As I said in the last chapter, it’s important to realize that a great camera won’t make your photos great. And, even more critically, a great camera won’t even guarantee that you’ll use actually use it.
So before you start obsessing over technical spec sheets, reflect on how you take photos currently.
Are you frequently in situations where you take photos of swimsuit models? If not, then buying a $5,000-kit won’t change that.
Do you not carry around a bag with you everyday and everywhere? Then you should seriously consider a camera that fits in a coat pocket.
And, if you already have a great phone camera, what is it missing that prevents you from taking more satisfactory photos?
Note: If you already have a decent camera phone/simple point-and-shoot, I take it as a given that you want manual controls in your new camera. I can’t think of any good reason to buy a separate camera (and carry it around) if it doesn’t at least have manual controls.
I can’t offer you advice on specific models (go to DPReview.com for all the details you can imagine). So I’ll focus on factors that will significantly impact how much you’ll use your new camera over your perfectly fine camera phone.
These factors include: size, reliability, and operational speed. And it does not include megapixel count and fancy-sounding shooting modes.
In other words, you should care about these two things:
- How much better is this camera than my phone’s camera? And in what fundamental ways?
- How similar in usability is this camera to your phone’s camera?
The best camera is the one you have with you. And you’ll only get better if you get used to taking photos in all occasions, not just when your friend poses for you.
So if you’re not used to carrying a separate camera as you are your camera phone, you might find it very difficult to get used to having something around your neck. Those of you who are dead-set about becoming photographers may not care. For others, the hassle may seem bearable if the tradeoff is better photos.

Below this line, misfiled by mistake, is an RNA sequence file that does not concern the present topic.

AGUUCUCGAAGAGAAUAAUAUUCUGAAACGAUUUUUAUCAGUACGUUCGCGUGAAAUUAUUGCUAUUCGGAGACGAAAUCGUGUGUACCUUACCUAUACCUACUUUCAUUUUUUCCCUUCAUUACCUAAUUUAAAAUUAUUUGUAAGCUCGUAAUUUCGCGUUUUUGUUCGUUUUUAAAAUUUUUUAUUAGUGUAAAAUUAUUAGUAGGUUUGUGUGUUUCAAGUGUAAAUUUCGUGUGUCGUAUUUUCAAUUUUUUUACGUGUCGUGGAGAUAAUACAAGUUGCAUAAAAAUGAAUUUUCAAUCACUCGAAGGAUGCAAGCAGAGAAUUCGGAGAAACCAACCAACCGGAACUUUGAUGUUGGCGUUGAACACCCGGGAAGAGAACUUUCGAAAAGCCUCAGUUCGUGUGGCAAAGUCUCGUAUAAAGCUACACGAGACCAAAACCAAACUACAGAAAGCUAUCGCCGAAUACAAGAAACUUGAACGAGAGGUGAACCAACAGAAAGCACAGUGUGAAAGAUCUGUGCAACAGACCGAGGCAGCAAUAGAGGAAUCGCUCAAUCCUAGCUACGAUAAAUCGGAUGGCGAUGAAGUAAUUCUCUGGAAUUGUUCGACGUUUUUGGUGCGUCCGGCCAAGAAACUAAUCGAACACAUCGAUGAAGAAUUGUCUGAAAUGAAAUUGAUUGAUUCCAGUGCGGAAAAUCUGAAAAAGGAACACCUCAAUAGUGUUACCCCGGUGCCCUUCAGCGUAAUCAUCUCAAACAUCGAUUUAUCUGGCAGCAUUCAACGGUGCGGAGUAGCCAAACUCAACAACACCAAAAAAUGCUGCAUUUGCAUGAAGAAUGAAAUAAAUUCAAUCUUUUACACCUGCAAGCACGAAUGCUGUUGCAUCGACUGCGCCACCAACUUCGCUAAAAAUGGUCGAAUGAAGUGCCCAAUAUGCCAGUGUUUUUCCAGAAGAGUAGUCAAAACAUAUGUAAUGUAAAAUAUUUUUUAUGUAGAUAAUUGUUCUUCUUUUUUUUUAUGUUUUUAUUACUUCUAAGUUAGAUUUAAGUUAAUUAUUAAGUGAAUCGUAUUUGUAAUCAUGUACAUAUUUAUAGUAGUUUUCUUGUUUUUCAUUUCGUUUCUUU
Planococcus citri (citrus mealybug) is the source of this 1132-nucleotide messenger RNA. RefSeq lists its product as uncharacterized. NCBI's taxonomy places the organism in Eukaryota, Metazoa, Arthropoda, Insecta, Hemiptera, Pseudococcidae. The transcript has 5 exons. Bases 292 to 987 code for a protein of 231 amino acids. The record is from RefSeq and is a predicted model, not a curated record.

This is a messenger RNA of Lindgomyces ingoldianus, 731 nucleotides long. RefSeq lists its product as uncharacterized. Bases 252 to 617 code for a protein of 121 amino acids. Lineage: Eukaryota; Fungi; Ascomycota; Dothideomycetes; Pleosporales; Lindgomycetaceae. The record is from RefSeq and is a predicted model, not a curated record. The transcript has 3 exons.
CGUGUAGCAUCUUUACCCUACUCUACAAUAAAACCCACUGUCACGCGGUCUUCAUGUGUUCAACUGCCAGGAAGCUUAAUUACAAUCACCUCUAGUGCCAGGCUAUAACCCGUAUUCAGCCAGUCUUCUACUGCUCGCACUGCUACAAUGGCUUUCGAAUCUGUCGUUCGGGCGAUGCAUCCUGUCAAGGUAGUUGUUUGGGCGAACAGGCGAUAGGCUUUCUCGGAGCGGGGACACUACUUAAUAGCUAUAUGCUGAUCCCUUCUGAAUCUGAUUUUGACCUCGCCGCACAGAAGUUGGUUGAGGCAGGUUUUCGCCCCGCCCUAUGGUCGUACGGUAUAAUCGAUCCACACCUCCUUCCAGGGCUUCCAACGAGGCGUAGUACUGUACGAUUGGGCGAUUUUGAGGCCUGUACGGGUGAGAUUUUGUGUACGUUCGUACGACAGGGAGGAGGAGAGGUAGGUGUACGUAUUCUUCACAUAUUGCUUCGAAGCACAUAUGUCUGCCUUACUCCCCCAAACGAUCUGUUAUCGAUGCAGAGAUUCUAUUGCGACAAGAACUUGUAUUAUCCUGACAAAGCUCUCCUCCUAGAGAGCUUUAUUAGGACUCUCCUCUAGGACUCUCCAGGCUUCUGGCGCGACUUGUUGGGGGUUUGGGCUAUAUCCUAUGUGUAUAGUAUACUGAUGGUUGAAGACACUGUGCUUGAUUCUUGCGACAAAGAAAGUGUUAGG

But keep in mind that if you’re new to photography, the photos you take with an expensive camera will likely be worse than you’ve taken with your phone (w/ Instagram filters). And much of that time will be fumbling with the camera controls.
All the while, you’re feeling like an awkward dork for carrying a camera around while everyone else is doing the patented one-handed tap-and-shoot. How long can you put up with that before you stop taking photos on a regular basis?
There are three tiers of size categories, in my estimation:
Does this fit in your jacket pocket?
Not everyone likes walking around with a giant bulge in their front pocket. But a jacket’s pocket is loose enough to contain a decently sized camera and that’s convenient enough for most people to leisurely take photos.
Very few cameras with interchangeable lenses fit in this tier. But some of the mirrorless cameras (which I’ll still refer to as “DSLR-like”), such as the Sony NEX, Panasonic Lumix DMC, Nikon 1, FujiFilm X, et. al, might qualify if you can have a pancake lens. I have a friend who loves taking photos at music concerts, but some venues won’t allow long lenses among the audience. So he gets by with disassembling the camera, so that the lens is in one pocket and the camera body is in the other.
Does this fit in your bag/purse?
This applies more to traditional women’s fashion: the carrying of purses. Most DSLR’s with reasonable lenses could fit in the average handbag. Besides the extra weight, you’re not adding something totally new to what you already carry day-to-day.
If you aren’t the type to carry a purse, some DSLRs and small lenses, when carried separately, can be squeezed into a laptop bag. I’ve been able at times to carry my ultrathin laptop and disassembled Canon 5D 2, though if the bag bumps into something, it’s probably bad for everything in the bag.
Needs an extra shoulder-strap